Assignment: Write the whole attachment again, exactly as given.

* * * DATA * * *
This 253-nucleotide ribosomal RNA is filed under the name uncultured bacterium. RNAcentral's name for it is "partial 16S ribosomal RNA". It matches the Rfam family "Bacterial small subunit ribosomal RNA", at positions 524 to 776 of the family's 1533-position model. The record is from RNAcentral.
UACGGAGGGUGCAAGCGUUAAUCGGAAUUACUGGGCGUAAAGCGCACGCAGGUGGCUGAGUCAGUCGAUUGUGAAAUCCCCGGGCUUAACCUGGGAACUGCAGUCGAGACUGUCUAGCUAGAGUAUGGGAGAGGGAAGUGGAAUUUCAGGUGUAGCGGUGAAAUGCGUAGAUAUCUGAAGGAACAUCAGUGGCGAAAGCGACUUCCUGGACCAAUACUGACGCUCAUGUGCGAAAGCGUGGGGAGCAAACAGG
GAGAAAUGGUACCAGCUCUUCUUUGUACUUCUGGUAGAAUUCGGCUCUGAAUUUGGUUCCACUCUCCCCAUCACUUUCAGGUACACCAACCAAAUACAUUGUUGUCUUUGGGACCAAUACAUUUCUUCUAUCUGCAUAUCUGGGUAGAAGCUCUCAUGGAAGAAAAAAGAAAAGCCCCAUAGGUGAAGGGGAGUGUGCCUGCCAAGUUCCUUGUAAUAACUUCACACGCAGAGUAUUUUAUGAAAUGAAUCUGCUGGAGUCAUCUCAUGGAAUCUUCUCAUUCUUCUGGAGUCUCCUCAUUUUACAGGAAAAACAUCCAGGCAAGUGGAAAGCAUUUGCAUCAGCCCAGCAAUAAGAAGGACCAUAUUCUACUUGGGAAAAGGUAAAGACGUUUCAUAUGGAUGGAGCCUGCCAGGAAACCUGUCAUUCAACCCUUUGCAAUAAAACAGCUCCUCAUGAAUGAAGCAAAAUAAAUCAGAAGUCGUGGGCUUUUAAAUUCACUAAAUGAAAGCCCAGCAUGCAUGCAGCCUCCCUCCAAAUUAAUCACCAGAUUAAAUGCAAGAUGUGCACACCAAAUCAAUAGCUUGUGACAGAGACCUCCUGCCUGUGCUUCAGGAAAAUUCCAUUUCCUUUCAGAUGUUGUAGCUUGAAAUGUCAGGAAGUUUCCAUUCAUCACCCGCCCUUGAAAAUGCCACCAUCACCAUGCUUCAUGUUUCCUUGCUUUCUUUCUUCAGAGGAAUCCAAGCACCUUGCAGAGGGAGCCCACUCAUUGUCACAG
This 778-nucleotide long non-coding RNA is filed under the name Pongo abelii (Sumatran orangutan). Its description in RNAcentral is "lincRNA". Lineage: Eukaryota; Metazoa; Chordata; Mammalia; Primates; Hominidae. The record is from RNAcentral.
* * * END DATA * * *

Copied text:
This 253-nucleotide ribosomal RNA is filed under the name uncultured bacterium. RNAcentral's name for it is "partial 16S ribosomal RNA". It matches the Rfam family "Bacterial small subunit ribosomal RNA", at positions 524 to 776 of the family's 1533-position model. The record is from RNAcentral.
UACGGAGGGUGCAAGCGUUAAUCGGAAUUACUGGGCGUAAAGCGCACGCAGGUGGCUGAGUCAGUCGAUUGUGAAAUCCCCGGGCUUAACCUGGGAACUGCAGUCGAGACUGUCUAGCUAGAGUAUGGGAGAGGGAAGUGGAAUUUCAGGUGUAGCGGUGAAAUGCGUAGAUAUCUGAAGGAACAUCAGUGGCGAAAGCGACUUCCUGGACCAAUACUGACGCUCAUGUGCGAAAGCGUGGGGAGCAAACAGG
GAGAAAUGGUACCAGCUCUUCUUUGUACUUCUGGUAGAAUUCGGCUCUGAAUUUGGUUCCACUCUCCCCAUCACUUUCAGGUACACCAACCAAAUACAUUGUUGUCUUUGGGACCAAUACAUUUCUUCUAUCUGCAUAUCUGGGUAGAAGCUCUCAUGGAAGAAAAAAGAAAAGCCCCAUAGGUGAAGGGGAGUGUGCCUGCCAAGUUCCUUGUAAUAACUUCACACGCAGAGUAUUUUAUGAAAUGAAUCUGCUGGAGUCAUCUCAUGGAAUCUUCUCAUUCUUCUGGAGUCUCCUCAUUUUACAGGAAAAACAUCCAGGCAAGUGGAAAGCAUUUGCAUCAGCCCAGCAAUAAGAAGGACCAUAUUCUACUUGGGAAAAGGUAAAGACGUUUCAUAUGGAUGGAGCCUGCCAGGAAACCUGUCAUUCAACCCUUUGCAAUAAAACAGCUCCUCAUGAAUGAAGCAAAAUAAAUCAGAAGUCGUGGGCUUUUAAAUUCACUAAAUGAAAGCCCAGCAUGCAUGCAGCCUCCCUCCAAAUUAAUCACCAGAUUAAAUGCAAGAUGUGCACACCAAAUCAAUAGCUUGUGACAGAGACCUCCUGCCUGUGCUUCAGGAAAAUUCCAUUUCCUUUCAGAUGUUGUAGCUUGAAAUGUCAGGAAGUUUCCAUUCAUCACCCGCCCUUGAAAAUGCCACCAUCACCAUGCUUCAUGUUUCCUUGCUUUCUUUCUUCAGAGGAAUCCAAGCACCUUGCAGAGGGAGCCCACUCAUUGUCACAG
This 778-nucleotide long non-coding RNA is filed under the name Pongo abelii (Sumatran orangutan). Its description in RNAcentral is "lincRNA". Lineage: Eukaryota; Metazoa; Chordata; Mammalia; Primates; Hominidae. The record is from RNAcentral.